Archive for Monday, April 28, 2003

Ex-Wildcat finds home at Kansas

KSU graduate Jankovich happy to be Jayhawk aide

April 28, 2003


A high school hero at Manhattan High and three-year starter at Kansas State University, Tim Jankovich has a lot of friends still living in the Little Apple.

It seems like every one of them picked up the phone last week to congratulate and rib Jankovich, a 1982 KSU graduate who April 21 accepted a position as an assistant coach on Bill Self's men's basketball staff at K-State rival Kansas University.

"It's been funny. Everybody has been good-natured about it. I don't have a bulletproof vest or anything," joked Jankovich, a three-time Academic All-American, Rhodes Scholar and the eighth-leading assist man in KSU history who helped Jack Hartman's Wildcats to NCAA Tournament berths in 1980, '81 and '82. That included a spot in the 1981 Sweet 16.

Jankovich, who worked for Self at the University of Illinois last season after serving as assistant on Kevin Stallings' Vanderbilt staff the previous three years, says, all ribbing aside, he is not surprised he now is working 90 miles down the road from his alma mater.

"The first college basketball game I ever saw," Jankovich related, "we lived in Kansas City, and my parents brought my brother and myself to Allen Fieldhouse (in 1967) to see Kansas play Louisville. I still remember it vividly. It had an incredible, powerful impact on me. I told my parents I was going to play there one day."

'A little rebellious'

Jankovich might have played at KU had his family not moved from Kansas City to Manhattan when he was in the third grade.

He emerged as an all-state guard at Manhattan High -- who wasn't recruited by KU and other schools, apparently because everybody felt he was a lock to attend Kansas State.

Jankovich shocked everybody by signing a national letter of intent with Washington State.

"George Raveling basically would not take no (for an answer)," Jankovich said of the WSU coach. "He did a tremendous job recruiting me. Also, I was a little rebellious. I was tired of everyone assuming things. It was like, 'I'll show you. It's not a foregone conclusion that I go there (KSU).' Early on I realized it was a mistake. I missed Kansas and missed home.

"I didn't have a good feel of what I gave up in terms of basketball heritage and tradition and crowds, so I transferred back and played my last three years at Kansas State."

He fared well against Kansas, winning six of nine games, including two of three at Allen Fieldhouse. Yet, he says, he never really hated KU.

"I remember the NCAA games the most. The other games I remember were the games against Kansas," Jankovich said. "Not because of animosity, but because everyone around me could feel the magnitude of the game.

"Regardless of where I went to school, I grew up in Kansas. What Kansas basketball represents is probably as deeply ingrained in me as anyone who has ever been here."

Making a move

Jankovich landed his first head-coaching job at North Texas in 1993. He compiled a 53-57 record in four seasons, resigning to take the head-coaching job at Hutchinson CC in 1978.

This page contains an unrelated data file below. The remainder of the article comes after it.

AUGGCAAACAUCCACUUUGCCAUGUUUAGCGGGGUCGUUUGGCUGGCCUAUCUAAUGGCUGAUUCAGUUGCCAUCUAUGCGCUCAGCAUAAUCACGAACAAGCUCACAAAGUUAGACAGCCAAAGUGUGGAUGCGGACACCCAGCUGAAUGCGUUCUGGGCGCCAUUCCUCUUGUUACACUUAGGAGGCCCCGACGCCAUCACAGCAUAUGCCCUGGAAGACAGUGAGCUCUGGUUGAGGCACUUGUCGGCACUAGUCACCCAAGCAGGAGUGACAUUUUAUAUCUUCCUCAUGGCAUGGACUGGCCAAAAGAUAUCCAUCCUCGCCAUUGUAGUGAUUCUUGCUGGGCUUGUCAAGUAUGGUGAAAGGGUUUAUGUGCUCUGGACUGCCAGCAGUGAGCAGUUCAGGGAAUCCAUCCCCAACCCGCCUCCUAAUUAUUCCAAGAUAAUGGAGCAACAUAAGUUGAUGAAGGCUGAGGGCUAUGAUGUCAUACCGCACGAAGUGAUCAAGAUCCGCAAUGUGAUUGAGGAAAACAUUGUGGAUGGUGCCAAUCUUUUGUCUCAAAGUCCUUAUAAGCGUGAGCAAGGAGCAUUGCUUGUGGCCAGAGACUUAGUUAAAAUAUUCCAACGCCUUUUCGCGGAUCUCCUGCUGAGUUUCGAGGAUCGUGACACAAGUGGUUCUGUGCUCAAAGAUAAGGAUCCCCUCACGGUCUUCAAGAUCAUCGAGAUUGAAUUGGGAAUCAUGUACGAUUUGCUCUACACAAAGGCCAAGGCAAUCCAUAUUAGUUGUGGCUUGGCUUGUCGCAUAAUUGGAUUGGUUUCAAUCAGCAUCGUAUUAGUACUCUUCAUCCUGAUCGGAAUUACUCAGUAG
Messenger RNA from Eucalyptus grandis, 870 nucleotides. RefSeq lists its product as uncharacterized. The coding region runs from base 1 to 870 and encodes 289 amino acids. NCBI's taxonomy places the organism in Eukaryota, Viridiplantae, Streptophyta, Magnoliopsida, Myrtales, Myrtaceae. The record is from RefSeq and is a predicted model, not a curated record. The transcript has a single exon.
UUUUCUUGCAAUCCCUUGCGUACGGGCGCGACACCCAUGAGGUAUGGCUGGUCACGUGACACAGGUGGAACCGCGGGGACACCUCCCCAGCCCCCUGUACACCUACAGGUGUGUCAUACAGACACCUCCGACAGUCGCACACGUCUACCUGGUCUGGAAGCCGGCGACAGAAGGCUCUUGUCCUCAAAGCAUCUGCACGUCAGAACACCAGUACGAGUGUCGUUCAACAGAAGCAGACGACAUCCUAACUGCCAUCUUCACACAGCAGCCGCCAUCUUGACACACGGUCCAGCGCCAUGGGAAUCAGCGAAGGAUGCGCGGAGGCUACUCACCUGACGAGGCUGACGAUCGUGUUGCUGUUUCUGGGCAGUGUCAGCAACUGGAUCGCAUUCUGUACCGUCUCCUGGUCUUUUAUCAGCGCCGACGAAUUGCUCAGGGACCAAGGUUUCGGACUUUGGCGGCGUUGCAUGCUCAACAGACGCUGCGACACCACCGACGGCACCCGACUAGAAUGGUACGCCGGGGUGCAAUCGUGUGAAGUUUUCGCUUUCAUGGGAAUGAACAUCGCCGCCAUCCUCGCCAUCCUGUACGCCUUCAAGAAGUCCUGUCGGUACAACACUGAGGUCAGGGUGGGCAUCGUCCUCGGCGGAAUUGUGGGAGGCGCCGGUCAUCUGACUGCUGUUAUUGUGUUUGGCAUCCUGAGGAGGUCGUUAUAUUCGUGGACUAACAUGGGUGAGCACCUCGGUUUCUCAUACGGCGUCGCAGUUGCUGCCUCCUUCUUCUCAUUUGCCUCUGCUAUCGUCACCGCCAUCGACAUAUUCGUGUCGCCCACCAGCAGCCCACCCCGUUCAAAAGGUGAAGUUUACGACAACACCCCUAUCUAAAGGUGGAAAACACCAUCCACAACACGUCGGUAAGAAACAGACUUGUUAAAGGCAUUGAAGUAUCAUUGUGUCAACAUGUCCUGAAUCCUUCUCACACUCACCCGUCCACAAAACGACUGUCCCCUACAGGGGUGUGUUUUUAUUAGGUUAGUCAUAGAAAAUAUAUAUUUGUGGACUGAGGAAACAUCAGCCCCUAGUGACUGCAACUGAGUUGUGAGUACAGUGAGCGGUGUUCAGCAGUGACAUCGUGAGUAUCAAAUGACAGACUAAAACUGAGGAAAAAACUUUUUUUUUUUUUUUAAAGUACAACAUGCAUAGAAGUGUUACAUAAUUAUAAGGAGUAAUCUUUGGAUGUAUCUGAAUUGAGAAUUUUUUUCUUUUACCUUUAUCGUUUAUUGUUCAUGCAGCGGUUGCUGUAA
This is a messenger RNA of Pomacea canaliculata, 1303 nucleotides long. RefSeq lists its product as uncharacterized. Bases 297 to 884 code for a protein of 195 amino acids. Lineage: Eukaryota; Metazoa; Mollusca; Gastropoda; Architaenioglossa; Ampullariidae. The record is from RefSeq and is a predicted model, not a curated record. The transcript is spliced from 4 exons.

"When I got there (North Texas), I thought it was a diamond of a job," Jankovich said, "and I think I was right."

The job description changed, however, with a new athletic director forcing Jankovich to schedule nine guarantee games against powerhouse schools in order to raise money. Guarantee games normally mean losses for schools like North Texas.

"After my fourth year I looked at the situation. I had three years left on my contract and he scheduled nine out of 10 guarantee games," Jankovich said. "We changed conferences (from Southland into Sun Belt) and were still a Southland team. That's why I went to Hutch.

"I talked to a lot of people I think highly of, coach (Roy) Williams and coach (Eddie) Sutton and some others. I said, 'Here's my dilemma. I can stay here, but don't see any chance of success.' People I respect told me I had to leave. Sure enough, they won 20 games the next four years and the coach and athletic director were replaced."

Jankovich went 50-14 in his two seasons at Hutchinson CC.

"The people were great. The athletic director was great. I still think about the people there a lot," Jankovich said. "I had a great time there."

'Thrilled beyond belief'

He left Hutchinson for Vanderbilt in a return to major-college ball, departing for Illinois last November after Self lost assistant Billie Gillispie, who took the head coaching job at UTEP.

Now it's on to Kansas, where Jankovich will be joined by his wife, Cindy, and 3 1/2-year-old son, Michael. Jankovich never actually purchased a house in Champaign, Ill., because of the lateness of his move.

"We will look for a house here soon," Jankovich said.

He said he was enthused about the future of KU basketball under Self, who, like Jankovich, worked on Sutton's Oklahoma State staff in 1992-93.

So far, Jankovich and Norm Roberts have been named KU assistants, with one full-time coaching spot and two administrative aide positions yet to be filled.

"Bill is about as good and likable person as I've ever known. He has terrific charisma and is as hard a worker as you'll find in a head coach or assistant or wherever," Jankovich said. "I've been with Norm a year, and he mirrors a lot of those qualities and does a tremendous job."

As does Jankovich, Self said.

"Tim brings a wealth of knowledge," Self said. "Having been a player and assistant under some of the premier coaches in the nation and working six years as a head coach, he has strong recruiting contacts in the Southeast, Southwest and junior college ranks."

And of course, in Kansas.

"I am thrilled beyond belief to be back," Jankovich said.

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